Why Apple thinks it can get away with a $1000 iPhone

When Steve Jobs introduced the first iPhone in 2007 for $599, most consumers weren’t yet in the habit of shelling out hundreds of dollars, let alone a thousand, for smart phone. At the time, most people didn’t fully experience the sticker shock because AT&T subsidized the phone and spread out payments over months or years.

A decade later, wireless carriers have all but phased out subsidies, and on Tuesday Apple is expected to make an unprecedented play for your wallet: a $1,000 iPhone X, so named for the 10th anniversary of the phone. It’s smartphone that few can afford, and with anticipated supply shortages, even fewer will be able to actually get their hands on one.


On the surface, it’s an unusual move. Smartphones are getting better and cheaper all the time, and Apple is being muscled out of lower-cost phone market by Chinese companies such as Huawei and Oppo. And Samsung, which is Apple’s primary up-market competition, is already planning to make its (hopefully non-flammable) Galaxy Note 8 priced to compete with the iPhone X.

READ: Why you won’t be able to buy Apple’s iPhone X

So why is Apple launching a major new product — just a few months ahead of the holiday season — that much of its customer base can’t buy?

OLED screens are expensive

Organic light-emitting diodes, or OLEDs, are largely viewed as the new frontier for smartphone screens. The trouble is that Apple’s supply chain — the gargantuan link of factories and suppliers that produce iPhones in China — isn’t yet configured to produce OLED screens for a full new lineup of iPhones. So for now, OLEDs will most likely just be confined to the iPhone X.

“OLED is more costly for Apple at the moment because the volume will be limited, because there’s just one supplier — its rival Samsung,” said Carolina Milanesi, an industry analyst at Creative Strategies. “But at the same time, the iPhone X’s high price will make sure not everyone goes for it.”

Eventually, the goal is for Apple to push OLED screens down to the other, cheaper iPhones, according to Jackdaw Research’s Jan Dawson, who points out that Apple “has to start somewhere, and it has often started with one model.”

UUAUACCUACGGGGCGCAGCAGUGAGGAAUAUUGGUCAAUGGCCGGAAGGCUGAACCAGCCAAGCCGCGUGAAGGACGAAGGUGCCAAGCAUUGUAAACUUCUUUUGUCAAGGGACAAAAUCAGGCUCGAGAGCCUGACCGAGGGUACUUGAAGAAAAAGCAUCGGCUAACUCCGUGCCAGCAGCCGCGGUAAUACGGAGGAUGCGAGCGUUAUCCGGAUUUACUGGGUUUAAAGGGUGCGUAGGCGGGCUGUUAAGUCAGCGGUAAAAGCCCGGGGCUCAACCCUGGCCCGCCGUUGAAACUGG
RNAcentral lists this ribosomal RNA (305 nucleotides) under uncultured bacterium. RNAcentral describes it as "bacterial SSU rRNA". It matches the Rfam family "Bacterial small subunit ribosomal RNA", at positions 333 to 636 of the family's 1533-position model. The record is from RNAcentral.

Last year, for example, Apple introduced a higher quality “dual camera” that was exclusively on the iPhone 7 Plus — the most expensive and most limited supply phone announced last year. The dual camera is expected to be in the rest of the lineup this year.

“[Apple] knew it wouldn’t be in massive supply, so they started with it on one model and established a beachhead with that component,” Dawson said. “Apple starts small, and builds up scale slowly so they can take bigger orders. That enables them to grow and bring the component to the rest of the lineup over time.”

It’s all about the ecosystem

The fastest-growing part of Apple’s business isn’t in hardware. It’s in what it calls “Services” revenue, which is largely subscription stuff like Apple Music or iCloud that gets bought by people ensconced within the Apple ecosystem of devices and software.

The iPhone X – with its hefty price tag and limited supply — will likely get snapped up by people who are either already serious Apple customers, or would be inclined to stick with Apple because they’ve already dropped $1,000 on an Apple phone.

“If we are thinking about where Wall Street wants Apple to be, which is shifting revenue toward services, Apple needs consumers with disposable income,” Milanesi points out. “Going to consumers that can only pay for a $300 phone, it won’t help them long term. Apple is making sure that consumers with disposable income don’t look elsewhere besides Apple.”


Apple’s superiority complex

Apple wasn’t the first company to try making a smartphone, but it’s succeeded where others failed partly because it made a much better device than anyone else. And so ever since, as more and more competitors entered the market, the company has leaned hard on its reputation as the highest quality phone maker — no matter the price point.

“Apple has lots of products that are priced over a range including ones that are not considered expensive, but they are also known to be a company that offers a great technology and sometimes that means paying extra for a higher level of quality,” said Brian Blau, an analyst at Gartner.

In this case, that “higher level of quality” could mean a few different things, such as facial recognition sensors to unlock the phone, special hardware to make augmented reality content with Apple’s highly anticipated ARKit software tools, or animated emojis.

“Apple would say ‘we want to make the best phone we can, and we can’t do it in a $750 device, so we’re creating this super iPhone’,” is how Dawson puts it. “These aren’t not mutually exclusive, motivating factors [from the business concerns], but I think some people at Apple believe this is about creating the best products you can.”